- Paperback: 448 pages
- Publisher: Fontana Press (13 Jun. 1994)
- Language: English
- ISBN-10: 0006862985
- ISBN-13: 978-0006862987
- Product Dimensions: 13 x 2.7 x 19.7 cm
- Average Customer Review: 4.3 out of 5 stars See all reviews (3 customer reviews)
- Amazon Bestsellers Rank: 1,029,901 in Books (See Top 100 in Books)
Preparing for the 21st Century Paperback – 13 Jun 1994
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"Penetrating...the book's impact is crushing."--The New York Times
"Required reading for anyone who wants to take measure of the 21st-century realities." --The New York Times Book Review. --This text refers to an out of print or unavailable edition of this title.
From the Back Cover
Kennedy's book is not so much about preparing for the next century, as about the extent to which we are quite unprepared for it… His style is clear, cautious – and chilling.'
BEN PIMLOTT, 'Guardian'
'For anyone who actually believes that history has ended, Paul Kennedy's book is a splendid antidote. To those who never imagined it had, it offers insight laced with warning. It argues that two fundamental forces will drive the world into the 21st century, namely, sex and science – more strictly, demography and technology … And unlike most writers of polemic, Kennedy's quest for enlightenment on the future is rooted in understanding of the past… We owe him a bigger debt than most of us, who would never even have contemplated performing his Herculean task, can comprehend. This is a formidable work of syntheses to be read by all who seek a better sense of the challenges the 21st century will pose.'
DOUGLAS HAGUE, 'TES'
''Preparing for the Twenty-First Century' argues that the conflicts which troubled Malthus… confront us today with immeasurably greater force. The numbers are much bigger, the ecological risks much greater… and the technological uncertainties even more imponderable… What marks out Professor Kennedy's book is its astonishing range, cautious tone and the remarkable way it shepherds masses of information into a coherent argument… It is both exhilarating and depressing. The sweep and command of Kennedy's writing provides a refreshing break from the introverted, Gradgrindian obsessions of contemporary British politics.'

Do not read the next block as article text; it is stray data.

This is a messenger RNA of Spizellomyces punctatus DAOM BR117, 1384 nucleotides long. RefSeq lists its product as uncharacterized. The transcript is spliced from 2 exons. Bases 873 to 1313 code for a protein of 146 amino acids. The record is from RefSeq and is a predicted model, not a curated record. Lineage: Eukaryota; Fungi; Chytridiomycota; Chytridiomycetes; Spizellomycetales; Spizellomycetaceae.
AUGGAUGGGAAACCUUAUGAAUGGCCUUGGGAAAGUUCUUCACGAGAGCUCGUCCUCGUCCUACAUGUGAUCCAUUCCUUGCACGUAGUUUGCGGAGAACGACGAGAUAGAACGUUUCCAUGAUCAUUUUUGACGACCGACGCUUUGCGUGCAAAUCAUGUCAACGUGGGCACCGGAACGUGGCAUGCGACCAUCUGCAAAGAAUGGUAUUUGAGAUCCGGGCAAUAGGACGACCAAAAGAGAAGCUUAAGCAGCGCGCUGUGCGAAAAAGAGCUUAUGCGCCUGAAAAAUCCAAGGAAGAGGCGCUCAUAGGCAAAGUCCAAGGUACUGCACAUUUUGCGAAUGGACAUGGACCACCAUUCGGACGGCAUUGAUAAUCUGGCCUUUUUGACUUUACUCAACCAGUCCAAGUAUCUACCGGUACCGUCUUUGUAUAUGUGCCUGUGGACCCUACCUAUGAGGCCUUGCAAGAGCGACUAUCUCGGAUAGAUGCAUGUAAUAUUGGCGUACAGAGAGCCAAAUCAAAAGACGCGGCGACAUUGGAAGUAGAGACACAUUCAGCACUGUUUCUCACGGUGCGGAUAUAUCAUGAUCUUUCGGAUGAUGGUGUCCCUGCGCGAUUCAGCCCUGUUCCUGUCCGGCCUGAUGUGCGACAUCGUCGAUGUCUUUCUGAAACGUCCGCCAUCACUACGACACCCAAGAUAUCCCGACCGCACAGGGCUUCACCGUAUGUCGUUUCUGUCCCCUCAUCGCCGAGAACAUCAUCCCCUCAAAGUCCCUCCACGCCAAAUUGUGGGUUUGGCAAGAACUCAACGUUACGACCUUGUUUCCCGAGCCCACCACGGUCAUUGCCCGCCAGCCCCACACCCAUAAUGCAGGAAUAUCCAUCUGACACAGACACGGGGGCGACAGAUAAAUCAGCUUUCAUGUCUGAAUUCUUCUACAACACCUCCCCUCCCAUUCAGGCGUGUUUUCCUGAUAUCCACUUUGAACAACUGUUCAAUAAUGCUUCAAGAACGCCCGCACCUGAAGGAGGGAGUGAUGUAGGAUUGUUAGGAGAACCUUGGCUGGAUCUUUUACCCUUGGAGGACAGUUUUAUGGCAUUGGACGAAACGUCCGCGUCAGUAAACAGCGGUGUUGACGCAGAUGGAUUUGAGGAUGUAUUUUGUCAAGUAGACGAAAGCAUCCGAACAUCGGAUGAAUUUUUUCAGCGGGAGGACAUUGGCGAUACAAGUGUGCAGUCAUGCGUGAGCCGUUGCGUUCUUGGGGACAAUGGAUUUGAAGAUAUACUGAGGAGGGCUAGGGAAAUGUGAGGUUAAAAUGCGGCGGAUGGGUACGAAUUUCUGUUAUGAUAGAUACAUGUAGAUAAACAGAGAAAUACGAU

JOHN NAUGHTON, 'Observer'
'Kennedy deserves to be read, he deserves to be challenged, he deserves to be taken with the utmost seriousness. But above all he deserves to be thanked for his courage in stepping in to a field hitherto largely occupied by single-issue maniacs and pedlars of universal nostra.'
DONALD CAMERON WATT, 'The Times'
'Professor Kennedy is a high-minded and humane optimist… Though he has much with which to frighten us, he regularly spares us a verdict on the evidence he presents, ending his chapters on an admonitory note instead of with the apocalyptic conclusion the reader had been led to expect.'
JOHN KEEGAN, 'Daily Telegraph'
Top Customer Reviews
The opening part of the book is divided into his major themes.
Firstly, population growth. As the human race's survival skillsets advance, so does its population. The world is never far from a global food shortage, though biotechnology has so far kept up. What hasn't kept up, as we know, is the ability to reduce environmental damage. Pollution, water depletion, ozone layer thinning, overcrowding, global warming, etc, etc. (2 degrees celsius doesn't sound much until you hear that a nine degrees shift could trigger another ice age).
Secondly, the relative decline of the West, as the developing world's catches up.
Thirdly, globalisation, migration, and the relative decline in importance of the nation-state.
Fourthly, automation, IT and robotics; and finally, the vital role of increased education at all levels.